“The PGMOL hopes the change will give the benefit back to the attacking team after Premier League clubs gave feedback in a VAR survey last season.”
Marginal offside calls are one of the more contentious aspects of VAR but, even if fans don’t like them, they are also supposed to be the only truly scientific aspect to it. There is no human judgement: it’s a simple case of off or on. So the fact that we are even having to attempt to fix this element only proves that the system is totally flawed.
The Sky report then concludes with a line which shows us just how ridiculous a corner football has painted itself into with its terrible implementation of VAR: “The International Football Association Board [IFAB] - football's lawmakers - does not specify a maximum thickness of lines, under the laws of the game.”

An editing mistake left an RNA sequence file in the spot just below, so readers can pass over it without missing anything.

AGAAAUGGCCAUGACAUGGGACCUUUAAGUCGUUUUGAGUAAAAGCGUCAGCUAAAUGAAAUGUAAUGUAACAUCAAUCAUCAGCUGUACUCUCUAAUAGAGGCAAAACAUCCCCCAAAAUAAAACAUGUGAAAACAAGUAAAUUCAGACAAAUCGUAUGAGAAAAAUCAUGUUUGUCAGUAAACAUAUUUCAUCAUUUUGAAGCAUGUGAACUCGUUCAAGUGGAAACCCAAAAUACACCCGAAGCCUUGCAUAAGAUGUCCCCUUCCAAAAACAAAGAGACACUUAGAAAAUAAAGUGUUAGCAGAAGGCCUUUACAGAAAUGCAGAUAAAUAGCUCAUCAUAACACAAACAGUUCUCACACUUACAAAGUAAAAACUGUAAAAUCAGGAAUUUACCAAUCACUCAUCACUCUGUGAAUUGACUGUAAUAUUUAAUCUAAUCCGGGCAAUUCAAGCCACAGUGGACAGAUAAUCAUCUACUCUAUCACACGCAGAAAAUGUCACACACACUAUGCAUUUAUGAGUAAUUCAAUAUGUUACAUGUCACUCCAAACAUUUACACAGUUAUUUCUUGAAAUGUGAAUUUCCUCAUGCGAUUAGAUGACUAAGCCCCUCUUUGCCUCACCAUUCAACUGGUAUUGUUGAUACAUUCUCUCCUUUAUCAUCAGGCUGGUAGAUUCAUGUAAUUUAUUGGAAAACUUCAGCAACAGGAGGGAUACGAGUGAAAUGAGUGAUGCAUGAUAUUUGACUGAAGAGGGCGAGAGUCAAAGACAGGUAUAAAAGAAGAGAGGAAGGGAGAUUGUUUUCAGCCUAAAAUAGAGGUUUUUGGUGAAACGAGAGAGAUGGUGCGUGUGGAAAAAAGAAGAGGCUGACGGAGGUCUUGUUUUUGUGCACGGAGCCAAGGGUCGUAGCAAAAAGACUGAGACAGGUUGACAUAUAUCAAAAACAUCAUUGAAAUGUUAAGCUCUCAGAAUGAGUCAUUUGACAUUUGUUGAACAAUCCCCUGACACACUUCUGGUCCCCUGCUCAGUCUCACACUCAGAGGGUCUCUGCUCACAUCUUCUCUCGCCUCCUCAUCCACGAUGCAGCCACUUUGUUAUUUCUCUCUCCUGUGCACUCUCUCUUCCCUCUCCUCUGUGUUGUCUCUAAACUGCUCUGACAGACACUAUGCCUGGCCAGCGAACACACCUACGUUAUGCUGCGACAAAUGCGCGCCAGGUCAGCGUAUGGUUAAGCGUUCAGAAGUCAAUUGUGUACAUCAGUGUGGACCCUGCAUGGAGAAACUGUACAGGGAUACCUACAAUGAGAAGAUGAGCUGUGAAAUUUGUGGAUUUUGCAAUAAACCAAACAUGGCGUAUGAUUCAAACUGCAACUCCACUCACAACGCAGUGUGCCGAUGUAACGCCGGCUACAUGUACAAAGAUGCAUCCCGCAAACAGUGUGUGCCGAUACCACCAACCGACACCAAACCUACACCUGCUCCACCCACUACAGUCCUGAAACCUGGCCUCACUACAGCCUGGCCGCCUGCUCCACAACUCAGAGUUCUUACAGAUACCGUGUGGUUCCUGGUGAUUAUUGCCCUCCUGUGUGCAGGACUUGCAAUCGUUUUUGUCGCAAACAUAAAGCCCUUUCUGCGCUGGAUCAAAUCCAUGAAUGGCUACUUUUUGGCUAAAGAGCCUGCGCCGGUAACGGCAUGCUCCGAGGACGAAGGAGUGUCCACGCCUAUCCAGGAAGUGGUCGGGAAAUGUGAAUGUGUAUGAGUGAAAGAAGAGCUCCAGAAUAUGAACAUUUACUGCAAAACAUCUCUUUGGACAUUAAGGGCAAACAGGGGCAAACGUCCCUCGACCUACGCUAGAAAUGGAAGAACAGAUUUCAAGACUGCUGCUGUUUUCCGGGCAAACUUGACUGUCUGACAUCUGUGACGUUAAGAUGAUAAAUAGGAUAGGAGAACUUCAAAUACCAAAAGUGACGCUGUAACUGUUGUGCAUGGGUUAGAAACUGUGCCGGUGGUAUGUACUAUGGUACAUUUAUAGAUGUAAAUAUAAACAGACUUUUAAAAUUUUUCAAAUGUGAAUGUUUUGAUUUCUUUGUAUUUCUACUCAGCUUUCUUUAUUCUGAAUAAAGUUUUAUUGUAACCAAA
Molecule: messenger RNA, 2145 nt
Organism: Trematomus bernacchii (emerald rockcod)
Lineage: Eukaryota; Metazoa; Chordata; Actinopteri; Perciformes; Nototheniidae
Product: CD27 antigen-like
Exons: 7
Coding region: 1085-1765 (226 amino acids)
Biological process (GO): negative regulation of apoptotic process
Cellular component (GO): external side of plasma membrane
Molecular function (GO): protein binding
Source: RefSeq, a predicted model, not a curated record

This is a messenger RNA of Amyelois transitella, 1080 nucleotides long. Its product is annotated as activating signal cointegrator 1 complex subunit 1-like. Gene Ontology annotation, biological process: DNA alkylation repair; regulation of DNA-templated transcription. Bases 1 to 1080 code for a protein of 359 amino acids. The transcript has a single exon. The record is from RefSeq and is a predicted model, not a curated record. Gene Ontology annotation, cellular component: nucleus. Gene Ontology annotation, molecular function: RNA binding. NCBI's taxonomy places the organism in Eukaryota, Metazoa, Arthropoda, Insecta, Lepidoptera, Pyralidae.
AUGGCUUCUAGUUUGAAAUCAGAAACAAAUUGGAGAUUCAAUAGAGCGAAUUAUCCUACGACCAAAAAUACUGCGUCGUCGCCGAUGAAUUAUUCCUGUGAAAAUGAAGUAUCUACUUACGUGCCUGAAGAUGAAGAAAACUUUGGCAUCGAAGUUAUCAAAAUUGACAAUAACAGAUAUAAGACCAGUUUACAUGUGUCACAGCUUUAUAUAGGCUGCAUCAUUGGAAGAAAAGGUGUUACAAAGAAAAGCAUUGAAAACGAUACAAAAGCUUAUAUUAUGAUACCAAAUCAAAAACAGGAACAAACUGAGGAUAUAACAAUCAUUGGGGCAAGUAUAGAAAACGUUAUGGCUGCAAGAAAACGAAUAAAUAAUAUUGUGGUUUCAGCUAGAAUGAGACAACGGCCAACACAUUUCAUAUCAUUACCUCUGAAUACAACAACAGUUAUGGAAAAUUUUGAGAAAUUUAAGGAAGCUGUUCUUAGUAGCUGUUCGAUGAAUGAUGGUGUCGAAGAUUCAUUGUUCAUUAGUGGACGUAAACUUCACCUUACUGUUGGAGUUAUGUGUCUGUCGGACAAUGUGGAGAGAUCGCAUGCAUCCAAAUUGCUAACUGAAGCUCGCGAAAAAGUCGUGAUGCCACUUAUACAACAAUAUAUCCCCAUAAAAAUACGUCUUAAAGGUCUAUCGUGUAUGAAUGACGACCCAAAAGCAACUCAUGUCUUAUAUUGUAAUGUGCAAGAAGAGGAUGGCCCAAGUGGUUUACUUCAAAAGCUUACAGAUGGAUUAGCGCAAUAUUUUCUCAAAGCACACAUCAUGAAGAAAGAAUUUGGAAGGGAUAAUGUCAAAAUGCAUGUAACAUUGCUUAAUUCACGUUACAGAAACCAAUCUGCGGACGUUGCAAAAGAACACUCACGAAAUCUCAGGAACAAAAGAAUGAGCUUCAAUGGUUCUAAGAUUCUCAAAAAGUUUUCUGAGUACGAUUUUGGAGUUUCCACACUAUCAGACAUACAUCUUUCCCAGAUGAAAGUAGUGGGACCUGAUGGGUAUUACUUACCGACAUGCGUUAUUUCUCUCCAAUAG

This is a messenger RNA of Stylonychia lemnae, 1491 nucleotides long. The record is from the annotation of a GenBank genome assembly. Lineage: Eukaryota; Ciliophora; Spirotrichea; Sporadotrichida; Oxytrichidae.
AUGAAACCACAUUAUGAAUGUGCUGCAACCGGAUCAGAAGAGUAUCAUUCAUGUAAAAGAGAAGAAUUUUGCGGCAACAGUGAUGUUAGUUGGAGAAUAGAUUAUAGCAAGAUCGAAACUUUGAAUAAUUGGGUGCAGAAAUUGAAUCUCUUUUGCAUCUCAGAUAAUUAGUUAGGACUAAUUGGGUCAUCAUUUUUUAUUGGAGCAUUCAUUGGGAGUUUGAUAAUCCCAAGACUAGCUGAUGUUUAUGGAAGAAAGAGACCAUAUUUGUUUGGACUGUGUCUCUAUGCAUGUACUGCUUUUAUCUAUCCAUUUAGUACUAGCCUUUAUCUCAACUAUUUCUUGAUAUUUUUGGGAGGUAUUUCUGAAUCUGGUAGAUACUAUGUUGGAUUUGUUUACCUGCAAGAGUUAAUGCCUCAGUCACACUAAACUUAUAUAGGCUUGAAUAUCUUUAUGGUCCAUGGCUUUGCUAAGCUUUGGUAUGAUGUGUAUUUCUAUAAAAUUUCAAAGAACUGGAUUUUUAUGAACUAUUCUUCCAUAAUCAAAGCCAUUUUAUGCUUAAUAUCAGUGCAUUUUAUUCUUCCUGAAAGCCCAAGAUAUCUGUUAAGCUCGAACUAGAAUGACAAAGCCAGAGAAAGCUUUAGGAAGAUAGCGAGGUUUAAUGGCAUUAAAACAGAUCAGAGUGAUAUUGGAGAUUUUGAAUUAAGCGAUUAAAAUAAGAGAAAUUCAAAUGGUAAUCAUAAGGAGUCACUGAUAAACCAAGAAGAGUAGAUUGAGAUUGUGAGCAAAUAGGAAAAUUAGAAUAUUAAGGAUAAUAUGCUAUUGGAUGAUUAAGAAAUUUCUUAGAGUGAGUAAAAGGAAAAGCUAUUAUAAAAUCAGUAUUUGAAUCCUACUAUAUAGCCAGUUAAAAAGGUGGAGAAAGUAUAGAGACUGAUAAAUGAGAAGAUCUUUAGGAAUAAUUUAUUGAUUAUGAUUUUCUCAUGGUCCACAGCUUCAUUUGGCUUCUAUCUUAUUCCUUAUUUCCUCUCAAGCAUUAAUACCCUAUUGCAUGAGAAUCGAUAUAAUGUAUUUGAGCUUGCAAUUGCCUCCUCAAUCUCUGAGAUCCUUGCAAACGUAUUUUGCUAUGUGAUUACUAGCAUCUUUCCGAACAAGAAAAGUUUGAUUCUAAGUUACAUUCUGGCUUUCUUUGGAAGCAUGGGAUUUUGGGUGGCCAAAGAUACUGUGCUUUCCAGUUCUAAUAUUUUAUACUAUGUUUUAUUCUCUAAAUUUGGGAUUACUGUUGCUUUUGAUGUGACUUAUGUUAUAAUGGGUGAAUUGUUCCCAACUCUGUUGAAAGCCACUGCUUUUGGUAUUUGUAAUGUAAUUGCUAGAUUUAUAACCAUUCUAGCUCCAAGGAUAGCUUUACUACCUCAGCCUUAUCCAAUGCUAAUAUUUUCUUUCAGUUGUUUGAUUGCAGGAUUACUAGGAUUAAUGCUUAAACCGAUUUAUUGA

ENGLAND ARE PLAYING IN A MAJOR TOURNAMENT ON SUNDAY AFTERNOON!!!!!
Inject this straight into your veins:
It’s the first goddamn game of Euro 2020 as Italy take on Turkey in Rome! Join us for live comments from 7:15pm, and if you can’t wait that long, we will have a dedicated daily live blog running from 8am every day of the Euros. That’s on top of our regular transfer blog too, so we’ll have you covered from all angles.
Here's a treat for you: during the Euros we are going daily so Pete Sharland will be Warming you Up on both Saturday and Sunday.